H.R. 1304: Self-Insurance Protection Act

To amend the Employee Retirement Income Security Act of 1974, the Public Health Service Act, and the Internal Revenue Code of 1986 to exclude from the definition of health insurance coverage certain medical stop-loss insurance obtained by certain plan sponsors of group health plans.

The bill’s titles are written by its sponsor.

What you can do

Overview

Introduced:

Mar 2, 2017

Status:

Referred to Committee on Mar 2, 2017

This bill was assigned to a congressional committee on March 2, 2017, which will consider it before possibly sending it on to the House or Senate as a whole.

The House Majority Leader indicated on Mar 21, 2017 that this bill may be considered in the week ahead.

Sponsor:

David “Phil” Roe

Representative for Tennessee's 1st congressional district

Republican

Text:

Read Text »
Last Updated: Mar 20, 2017
Length: 4 pages

Prognosis:

1% chance of being enacted according to PredictGov (details)

History

Mar 2, 2017
 
Introduced

This is the first step in the legislative process.

Mar 20, 2017
 
Text Published

Updated bill text was published as of Reported by House Committee.

Mar 20, 2017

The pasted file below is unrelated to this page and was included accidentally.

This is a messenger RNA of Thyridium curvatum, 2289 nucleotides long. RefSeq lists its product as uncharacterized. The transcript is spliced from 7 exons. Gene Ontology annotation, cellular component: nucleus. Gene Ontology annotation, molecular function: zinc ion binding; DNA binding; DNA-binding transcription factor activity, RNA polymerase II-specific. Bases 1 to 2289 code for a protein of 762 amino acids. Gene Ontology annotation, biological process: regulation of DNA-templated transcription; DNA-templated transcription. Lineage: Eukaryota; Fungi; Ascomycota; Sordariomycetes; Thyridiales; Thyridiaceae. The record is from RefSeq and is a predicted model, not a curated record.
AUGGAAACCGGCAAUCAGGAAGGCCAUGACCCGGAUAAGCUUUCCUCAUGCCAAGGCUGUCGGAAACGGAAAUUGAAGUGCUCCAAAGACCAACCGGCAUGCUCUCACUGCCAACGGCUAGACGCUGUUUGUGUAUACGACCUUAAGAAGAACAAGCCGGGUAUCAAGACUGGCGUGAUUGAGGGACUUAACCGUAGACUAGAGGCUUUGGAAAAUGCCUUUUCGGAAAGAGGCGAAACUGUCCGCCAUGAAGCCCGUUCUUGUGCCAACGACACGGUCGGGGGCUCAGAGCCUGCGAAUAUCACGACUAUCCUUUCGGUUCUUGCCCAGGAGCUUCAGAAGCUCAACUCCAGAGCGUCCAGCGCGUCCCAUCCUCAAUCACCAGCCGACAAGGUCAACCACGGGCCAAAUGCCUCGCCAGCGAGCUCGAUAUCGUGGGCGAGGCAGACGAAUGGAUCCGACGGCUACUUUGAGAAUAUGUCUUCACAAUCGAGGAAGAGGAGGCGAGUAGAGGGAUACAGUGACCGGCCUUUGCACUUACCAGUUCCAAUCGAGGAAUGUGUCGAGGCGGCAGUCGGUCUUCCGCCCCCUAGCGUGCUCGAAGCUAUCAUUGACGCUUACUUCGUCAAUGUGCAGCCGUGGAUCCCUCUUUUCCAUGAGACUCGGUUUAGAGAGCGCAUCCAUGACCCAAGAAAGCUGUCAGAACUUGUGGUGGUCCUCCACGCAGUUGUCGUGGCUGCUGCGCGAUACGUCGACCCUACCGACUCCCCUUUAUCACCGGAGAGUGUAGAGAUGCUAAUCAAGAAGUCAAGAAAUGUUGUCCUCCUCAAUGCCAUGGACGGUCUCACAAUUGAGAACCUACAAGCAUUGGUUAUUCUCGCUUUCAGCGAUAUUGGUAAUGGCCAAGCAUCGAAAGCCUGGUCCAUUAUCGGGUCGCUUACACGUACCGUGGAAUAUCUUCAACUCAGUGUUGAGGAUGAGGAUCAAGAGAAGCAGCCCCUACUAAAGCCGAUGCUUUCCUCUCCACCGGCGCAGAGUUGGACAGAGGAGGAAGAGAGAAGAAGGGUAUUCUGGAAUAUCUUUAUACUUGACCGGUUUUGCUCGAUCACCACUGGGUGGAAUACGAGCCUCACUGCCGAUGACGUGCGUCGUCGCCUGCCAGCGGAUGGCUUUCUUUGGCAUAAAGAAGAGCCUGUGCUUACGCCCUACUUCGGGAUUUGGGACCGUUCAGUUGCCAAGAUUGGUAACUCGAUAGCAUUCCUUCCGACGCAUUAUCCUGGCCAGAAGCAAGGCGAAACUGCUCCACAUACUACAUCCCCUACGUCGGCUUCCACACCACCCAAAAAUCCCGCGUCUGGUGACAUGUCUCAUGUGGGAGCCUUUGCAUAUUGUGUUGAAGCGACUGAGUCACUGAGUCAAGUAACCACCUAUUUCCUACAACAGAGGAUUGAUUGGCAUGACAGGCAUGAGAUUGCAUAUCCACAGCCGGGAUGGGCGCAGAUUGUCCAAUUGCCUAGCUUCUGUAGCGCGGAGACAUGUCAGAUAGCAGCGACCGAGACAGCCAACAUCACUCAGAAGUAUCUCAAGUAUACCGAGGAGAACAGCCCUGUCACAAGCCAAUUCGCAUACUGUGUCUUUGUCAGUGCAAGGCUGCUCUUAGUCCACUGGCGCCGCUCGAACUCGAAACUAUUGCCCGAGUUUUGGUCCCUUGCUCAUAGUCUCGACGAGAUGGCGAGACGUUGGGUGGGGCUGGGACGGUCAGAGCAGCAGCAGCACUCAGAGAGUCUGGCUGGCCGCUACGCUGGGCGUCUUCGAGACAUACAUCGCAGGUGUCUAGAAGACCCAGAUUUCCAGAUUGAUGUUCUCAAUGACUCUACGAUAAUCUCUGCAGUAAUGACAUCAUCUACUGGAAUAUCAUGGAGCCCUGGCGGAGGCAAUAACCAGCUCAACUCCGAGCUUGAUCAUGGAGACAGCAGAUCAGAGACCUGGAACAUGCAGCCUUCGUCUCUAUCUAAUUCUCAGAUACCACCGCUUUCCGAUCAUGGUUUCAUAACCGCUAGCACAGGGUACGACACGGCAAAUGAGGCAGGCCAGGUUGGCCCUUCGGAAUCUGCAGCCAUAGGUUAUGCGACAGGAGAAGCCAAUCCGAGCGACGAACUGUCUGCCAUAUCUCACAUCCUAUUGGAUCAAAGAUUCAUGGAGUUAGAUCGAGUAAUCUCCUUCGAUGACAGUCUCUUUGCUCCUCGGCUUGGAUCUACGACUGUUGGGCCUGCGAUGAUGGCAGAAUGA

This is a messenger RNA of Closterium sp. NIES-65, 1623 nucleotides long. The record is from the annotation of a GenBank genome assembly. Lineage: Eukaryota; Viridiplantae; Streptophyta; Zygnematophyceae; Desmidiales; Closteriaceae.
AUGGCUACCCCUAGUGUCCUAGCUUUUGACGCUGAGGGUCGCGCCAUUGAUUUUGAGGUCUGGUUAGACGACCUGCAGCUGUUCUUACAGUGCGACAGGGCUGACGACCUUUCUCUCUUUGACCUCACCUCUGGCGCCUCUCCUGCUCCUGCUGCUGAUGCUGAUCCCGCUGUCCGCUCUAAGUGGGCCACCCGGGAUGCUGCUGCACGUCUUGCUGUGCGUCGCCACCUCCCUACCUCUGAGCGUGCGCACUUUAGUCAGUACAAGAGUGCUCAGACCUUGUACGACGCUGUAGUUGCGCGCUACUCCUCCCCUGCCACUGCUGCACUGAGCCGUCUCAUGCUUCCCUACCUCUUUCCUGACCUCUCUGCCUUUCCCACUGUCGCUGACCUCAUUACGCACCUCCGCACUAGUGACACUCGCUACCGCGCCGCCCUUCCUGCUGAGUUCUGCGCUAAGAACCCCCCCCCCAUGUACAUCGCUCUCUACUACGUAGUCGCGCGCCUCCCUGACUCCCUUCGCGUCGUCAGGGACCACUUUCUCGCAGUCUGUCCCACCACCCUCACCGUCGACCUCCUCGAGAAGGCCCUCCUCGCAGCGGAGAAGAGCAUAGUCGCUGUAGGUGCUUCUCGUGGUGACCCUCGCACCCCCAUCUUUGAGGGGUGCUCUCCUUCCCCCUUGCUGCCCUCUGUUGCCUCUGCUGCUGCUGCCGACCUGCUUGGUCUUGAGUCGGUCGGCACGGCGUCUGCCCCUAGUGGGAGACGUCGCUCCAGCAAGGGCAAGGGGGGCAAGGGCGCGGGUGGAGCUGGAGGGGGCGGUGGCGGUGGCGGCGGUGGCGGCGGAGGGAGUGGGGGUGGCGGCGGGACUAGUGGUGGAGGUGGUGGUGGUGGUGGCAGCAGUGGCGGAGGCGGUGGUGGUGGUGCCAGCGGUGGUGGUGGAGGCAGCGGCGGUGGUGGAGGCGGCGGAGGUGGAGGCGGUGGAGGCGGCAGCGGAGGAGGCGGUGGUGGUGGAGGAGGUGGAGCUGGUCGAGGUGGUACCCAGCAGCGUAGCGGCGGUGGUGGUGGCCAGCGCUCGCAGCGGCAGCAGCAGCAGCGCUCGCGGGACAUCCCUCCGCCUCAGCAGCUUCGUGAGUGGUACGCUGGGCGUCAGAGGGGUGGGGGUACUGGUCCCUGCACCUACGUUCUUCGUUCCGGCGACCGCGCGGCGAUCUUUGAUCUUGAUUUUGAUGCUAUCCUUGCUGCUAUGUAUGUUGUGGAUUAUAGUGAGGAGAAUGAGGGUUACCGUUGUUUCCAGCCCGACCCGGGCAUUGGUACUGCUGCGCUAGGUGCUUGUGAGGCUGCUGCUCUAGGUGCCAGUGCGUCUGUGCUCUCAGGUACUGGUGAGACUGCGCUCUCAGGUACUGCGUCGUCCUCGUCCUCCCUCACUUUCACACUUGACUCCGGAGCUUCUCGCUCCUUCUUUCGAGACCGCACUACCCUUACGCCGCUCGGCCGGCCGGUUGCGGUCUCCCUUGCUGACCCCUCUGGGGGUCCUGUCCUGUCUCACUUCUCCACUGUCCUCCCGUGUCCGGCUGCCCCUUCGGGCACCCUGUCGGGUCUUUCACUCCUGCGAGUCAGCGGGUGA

Reported by House Committee on Education and the Workforce

A committee issued a report on the bill, which often provides helpful explanatory background on the issue addressed by the bill and the bill's intentions.

Mar 21, 2017
 
On House Schedule

The House indicated that this bill would be considered in the week ahead.

 
Ordered Reported by Committee

 
Passed House

 
Passed Senate

 
Signed by the President

H.R. 1304 is a bill in the United States Congress.

A bill must be passed by both the House and Senate in identical form and then be signed by the President to become law.

How to cite this information.

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“H.R. 1304 — 115th Congress: Self-Insurance Protection Act.” www.GovTrack.us. 2017. March 30, 2017 <https://www.govtrack.us/congress/bills/115/hr1304>

Where is this information from?

GovTrack automatically collects legislative information from a variety of governmental and non-governmental sources. This page is sourced primarily from Congress.gov, the official portal of the United States Congress. Congress.gov is generally updated one day after events occur, and so legislative activity shown here may be one day behind. Data via the congress project.